Japan Seeks To Broaden Aerospace Industrial Skills
By WENDELL MINNICK, TAIPEI
Decades of constitutional restrictions on Japan’s military and regional competition for subcontracting work has created the most uneven aerospace industry in Asia — and one that may need new skills to compete with mainland producers.
Steven McGuire of Britain’s University of Bath, author of the 2006 report, “The United States, Japan and the Aerospace Industry,” said the outlook for the aerospace industry in Japan for the next five to 10 years will be mixed.
“I get very mixed views about Japan’s industry. The heavies enjoy solid international reputations, which reflect both their technological and management strengths, and history as reliable partners in international collaboration,” he said, “The second- and third-tier players seem less impressive, at least in the eyes of Western firms. There is a view that Japan’s pacifist foreign policy has rather stunted the technological development of all but the most international of Japan’s aerospace firms.”
Japan appears relentlessly dedicated to big, expensive military aircraft programs despite cheaper, proven foreign alternatives. Part of the reason is job creation, but another reason is the industrial spinoffs such programs foster.
The most recent example is Japan’s military aircraft program for a new cargo (C-X) aircraft and a maritime patrol (P-X) aircraft. Despite cheaper cargo alternatives such as the C-130 Hercules, the C-27J Spartan, the revamped U.S. P-3 Orion and the upcoming 737-based P-8A Poseidon Multi-Mission Maritime Aircraft (MMA) program, Japan insists on creating its own aircraft regardless of expense, redundancy or delays.
“These do deserve some attention because the state is putting up a staggering amount of money for development — even while the United States is developing its own next-generation cargo and patrol platforms, like the P-8 MMA,” said Peter Woolley, author of the book, “Geography and Japan’s Strategic Choices.”
“Such a huge program suggests that Japan does not see in the long run any less need for a vigorous ASW [anti-submarine warfare] and other surveillance patrols. And the C-X implies that the government expects the role of the SDF [Japan Self-Defense Forces] in peacekeeping operations abroad will become normalized if not routine.”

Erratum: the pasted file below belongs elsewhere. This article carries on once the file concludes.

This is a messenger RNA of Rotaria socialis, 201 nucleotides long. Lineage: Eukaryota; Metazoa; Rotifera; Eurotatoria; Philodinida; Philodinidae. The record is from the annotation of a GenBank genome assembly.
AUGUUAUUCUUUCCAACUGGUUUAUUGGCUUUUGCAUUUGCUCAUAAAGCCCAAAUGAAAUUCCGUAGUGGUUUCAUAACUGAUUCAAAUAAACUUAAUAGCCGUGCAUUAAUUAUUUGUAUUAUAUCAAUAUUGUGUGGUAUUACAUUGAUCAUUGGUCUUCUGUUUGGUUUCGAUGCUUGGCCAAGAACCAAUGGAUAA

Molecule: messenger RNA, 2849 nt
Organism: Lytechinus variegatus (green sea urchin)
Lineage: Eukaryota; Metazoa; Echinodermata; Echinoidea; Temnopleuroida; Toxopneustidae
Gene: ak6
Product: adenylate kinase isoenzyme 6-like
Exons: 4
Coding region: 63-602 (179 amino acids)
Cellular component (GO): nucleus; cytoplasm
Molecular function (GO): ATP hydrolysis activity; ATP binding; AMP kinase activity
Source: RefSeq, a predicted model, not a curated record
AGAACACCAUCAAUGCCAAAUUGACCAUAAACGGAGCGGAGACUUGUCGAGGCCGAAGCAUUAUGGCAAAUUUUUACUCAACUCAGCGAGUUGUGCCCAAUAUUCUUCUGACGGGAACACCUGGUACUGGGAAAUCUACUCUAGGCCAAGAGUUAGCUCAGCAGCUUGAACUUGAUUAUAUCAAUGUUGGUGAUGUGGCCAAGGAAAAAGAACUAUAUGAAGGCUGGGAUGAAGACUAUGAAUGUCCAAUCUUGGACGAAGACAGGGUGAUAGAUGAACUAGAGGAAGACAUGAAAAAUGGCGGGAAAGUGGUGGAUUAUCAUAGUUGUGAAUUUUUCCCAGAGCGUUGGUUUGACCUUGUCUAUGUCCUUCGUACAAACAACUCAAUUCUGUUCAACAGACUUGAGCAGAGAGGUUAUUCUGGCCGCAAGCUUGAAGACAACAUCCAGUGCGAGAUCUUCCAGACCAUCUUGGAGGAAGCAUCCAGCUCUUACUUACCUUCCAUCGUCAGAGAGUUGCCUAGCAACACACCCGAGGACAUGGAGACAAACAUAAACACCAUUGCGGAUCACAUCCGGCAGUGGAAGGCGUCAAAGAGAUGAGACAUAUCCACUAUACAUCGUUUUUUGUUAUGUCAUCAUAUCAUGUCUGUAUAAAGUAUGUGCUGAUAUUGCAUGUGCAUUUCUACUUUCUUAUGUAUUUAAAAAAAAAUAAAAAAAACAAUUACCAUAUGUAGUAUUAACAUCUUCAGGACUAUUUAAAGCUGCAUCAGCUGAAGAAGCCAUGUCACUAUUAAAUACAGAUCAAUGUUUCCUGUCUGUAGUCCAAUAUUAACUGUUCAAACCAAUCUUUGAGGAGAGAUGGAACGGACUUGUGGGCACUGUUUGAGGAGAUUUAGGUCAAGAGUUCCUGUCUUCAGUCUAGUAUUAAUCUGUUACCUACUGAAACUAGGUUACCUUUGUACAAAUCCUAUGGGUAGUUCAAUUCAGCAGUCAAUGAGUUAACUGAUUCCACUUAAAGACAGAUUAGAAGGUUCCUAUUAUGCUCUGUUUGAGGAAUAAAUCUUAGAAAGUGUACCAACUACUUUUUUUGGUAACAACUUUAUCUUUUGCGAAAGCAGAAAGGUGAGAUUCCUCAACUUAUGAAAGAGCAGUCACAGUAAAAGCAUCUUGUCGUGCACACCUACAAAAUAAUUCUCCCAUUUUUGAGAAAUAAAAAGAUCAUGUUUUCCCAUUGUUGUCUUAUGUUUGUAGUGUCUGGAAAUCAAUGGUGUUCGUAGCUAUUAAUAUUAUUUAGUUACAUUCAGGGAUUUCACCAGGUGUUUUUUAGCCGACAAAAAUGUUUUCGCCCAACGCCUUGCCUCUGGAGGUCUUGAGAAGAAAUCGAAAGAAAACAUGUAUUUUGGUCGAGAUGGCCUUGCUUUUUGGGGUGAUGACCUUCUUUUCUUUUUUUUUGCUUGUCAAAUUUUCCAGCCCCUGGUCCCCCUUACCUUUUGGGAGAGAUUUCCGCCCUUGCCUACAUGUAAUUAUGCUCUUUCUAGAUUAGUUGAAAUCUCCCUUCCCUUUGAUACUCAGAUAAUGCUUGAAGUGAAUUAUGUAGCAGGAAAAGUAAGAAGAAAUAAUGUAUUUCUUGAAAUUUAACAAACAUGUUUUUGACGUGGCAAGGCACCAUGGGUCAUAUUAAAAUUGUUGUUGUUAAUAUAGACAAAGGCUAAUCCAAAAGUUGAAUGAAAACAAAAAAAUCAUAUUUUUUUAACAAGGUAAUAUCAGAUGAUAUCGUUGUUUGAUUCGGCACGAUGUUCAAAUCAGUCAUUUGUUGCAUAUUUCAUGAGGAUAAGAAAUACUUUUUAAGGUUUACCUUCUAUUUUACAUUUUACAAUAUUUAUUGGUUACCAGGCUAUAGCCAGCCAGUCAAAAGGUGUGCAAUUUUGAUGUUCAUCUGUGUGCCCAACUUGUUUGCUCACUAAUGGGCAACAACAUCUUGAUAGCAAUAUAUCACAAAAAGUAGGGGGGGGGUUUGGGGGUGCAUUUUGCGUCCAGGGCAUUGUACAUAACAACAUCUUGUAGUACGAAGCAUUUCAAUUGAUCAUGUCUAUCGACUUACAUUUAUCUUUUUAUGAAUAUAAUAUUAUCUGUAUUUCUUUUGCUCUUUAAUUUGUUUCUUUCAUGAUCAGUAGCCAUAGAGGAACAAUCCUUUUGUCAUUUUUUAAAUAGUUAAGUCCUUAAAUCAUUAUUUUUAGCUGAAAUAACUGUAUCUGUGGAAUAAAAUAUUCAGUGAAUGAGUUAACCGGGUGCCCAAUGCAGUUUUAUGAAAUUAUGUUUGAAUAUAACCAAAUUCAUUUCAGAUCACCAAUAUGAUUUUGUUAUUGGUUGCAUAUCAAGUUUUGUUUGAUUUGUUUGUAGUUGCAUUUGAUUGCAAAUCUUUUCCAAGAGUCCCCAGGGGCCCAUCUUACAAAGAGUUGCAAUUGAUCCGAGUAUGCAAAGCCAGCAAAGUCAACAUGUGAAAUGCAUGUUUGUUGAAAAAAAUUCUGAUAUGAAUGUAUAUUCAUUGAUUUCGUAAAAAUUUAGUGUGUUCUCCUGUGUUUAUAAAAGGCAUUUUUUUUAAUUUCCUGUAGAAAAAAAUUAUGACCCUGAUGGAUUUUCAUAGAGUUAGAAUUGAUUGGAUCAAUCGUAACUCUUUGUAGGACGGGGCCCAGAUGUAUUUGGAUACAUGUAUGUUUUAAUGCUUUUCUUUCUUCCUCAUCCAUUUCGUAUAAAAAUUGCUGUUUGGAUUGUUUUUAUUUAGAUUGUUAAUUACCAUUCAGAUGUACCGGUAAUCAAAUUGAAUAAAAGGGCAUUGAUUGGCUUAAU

Increased defense spending by Japan is expected to serve as a useful “countercyclical lift” to the aerospace industry.
“The civil game may be entering the top of its cycle,” McGuire said. “Overall, however, the industry looks set for solid growth for the next five to 10 years. Asian economic growth underpins this, as it does for so many other sectors.
“As for partnerships, I cannot see Japanese firms going it alone except in small subsectors. They will need to team with Western defense contractors to have any hope in big markets like the Middle East,” he said.
Subcontract work from Europe and the United States accounts for most of the business for major Japanese firms. The Boeing 787 Dreamliner is expected to provide Japan with most of its work for many years.
“I am interested to see whether this pushes Japan, especially the METI [Ministry of Economy, Trade and Industry] and the Ministry of Defense, toward an even greater emphasis on high-technology niche products and a greater willingness to partner with a wider range of overseas partners,” said McGuire, who argues that the U.S.-Japan link has been a great strength, but also reflects “vulnerability.”
Vulnerabilities include concerns in Japan that the rapid improvement of China’s technological capabilities will soon threaten to supplant Japan in certain subcontracting areas.
Though the growth of Asian aerospace, both civil and defense, puts all Asian industries in a strong bargaining position, they are also competing with each other to varying degrees.
China is seen as a major new player in the aerospace industry competition in Asia. China’s cheap labor and increasingly sophisticated and experienced aerospace manufacturing techniques and technicians will force Japan, South Korea and Taiwan to become more competitive.